During a White House briefing on Monday, President Joe Biden said that although U.S. intelligence had found no evidence to link the attack with the Russian government, he believed the country had "some responsibility to deal with" the issue since some evidence did indicate that the ransomware may have originated in Russia.

Ransomware attacks typically involve a hacker taking control of a computer system and installing software that requires the user to pay a fee before their computer system is returned to them.

"I'm going to be meeting with President Putin and so far there is no evidence, based on our intelligence people, that Russia is involved," Biden said. "Although, there's evidence that the actors' ransomware is in Russia, they have some responsibility to deal with this."

Colonial Pipeline wasn't the first and won't be the last cyber pirate attack

  Colonial Pipeline wasn't the first and won't be the last cyber pirate attack The fact that an apparent group of cyber pirates -- a secret criminal nerd syndicate -- can take down the aorta of fuel for the East Coast should be sending shockwaves through the country. © Michael M. Santiago/Getty Images WOODBRIDGE, NEW JERSEY - MAY 10: Fuel holding tanks are seen at Colonial Pipeline's Linden Junction Tank Farm on May 10, 2021 in Woodbridge, New Jersey. We've all read this year about the pandemic threatening supply chains and about climate change causing more freak weather that threatens power grids.

However, Preskov hit back saying the U.S. is "refusing to cooperate" to counter cyber-threats.

"We can only regret that the U.S. is refusing to cooperate with us in any way to counter cyber-threats," Preskov said. "We believe that such cooperation - both international and bilateral - could indeed contribute to the common struggle against this scourge [known as] cyber-crime."

Hacking group DarkSide described themselves as "apolitical" in a statement posted to the dark web on Monday.

"We are apolitical, we do not participate in geopolitics, [you] do not need to tie us with a defined government and look for ... our motives," the group reportedly wrote. "Our goal is to make money, and not creating problems for society. From today we introduce moderation and check each company that our partners want to encrypt to avoid social consequences in the future."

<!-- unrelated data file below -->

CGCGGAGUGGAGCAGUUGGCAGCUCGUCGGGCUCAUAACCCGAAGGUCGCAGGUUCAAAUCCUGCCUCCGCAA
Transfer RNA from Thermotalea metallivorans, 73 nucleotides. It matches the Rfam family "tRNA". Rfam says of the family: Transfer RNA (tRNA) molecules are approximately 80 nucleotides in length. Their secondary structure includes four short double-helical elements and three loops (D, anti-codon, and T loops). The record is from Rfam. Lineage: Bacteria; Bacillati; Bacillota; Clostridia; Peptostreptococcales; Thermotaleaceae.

DarkSide is a relatively new group that, since August 2020, has used ransomware cyberattacks to hack various companies in the U.S. and Europe. They have attempted to extort companies with threats, for instance, of leaking personal data. The group claims to give part of the money it makes to charity organizations.

Pipeline officials hope most service will be back by weekend

  Pipeline officials hope most service will be back by weekend WASHINGTON (AP) — Hit by a cyberattack, the operator of a major U.S. fuel pipeline said it hopes to have services mostly restored by the end of the week as the FBI and administration officials identified the culprits as a gang of criminal hackers. U.S. officials sought to soothe concerns about price spikes or damage to the economy by stressing that the fuel supply had so far not experienced widespread disruptions, and the company said Monday that it was working toward “substantially restoring operational service” by the weekend. © Provided by Associated Press A company that operates a major U.S.

File photo: Computer hacker silhouette against a binary code background. Bill Hinton/Getty Images © Bill Hinton/Getty Images File photo: Computer hacker silhouette against a binary code background. Bill Hinton/Getty Images

Related Articles

  • What is DarkSide? Russia-Linked Hacker Group Behind Colonial Pipeline Shutdown
  • Colonial Pipeline Hackers, DarkSide, Apologize, Say Goal 'Is to Make Money'
  • Gas Shortages, Long Lines Across Southeast After Colonial Pipeline Cyberattack
  • Colonial Pipeline Shutdown Could See Gas Prices Rise by Up to 7 Cents This Week

Start your unlimited Newsweek trial

Fact check: Viral image of plastic bags filled with gas is from 2019 .
An image claiming to show gas-filled plastic bags amid the shutdown of the Colonial Pipeline was actually taken in 2019 in Mexico.The 5,500-mile Colonial Pipeline, which delivers about 45% of fuel for the East Coast, shut down on May 7 following a ransomware attack by a hacking group called DarkSide. Pipeline operations resumed on May 12.

usr: 10
This is interesting!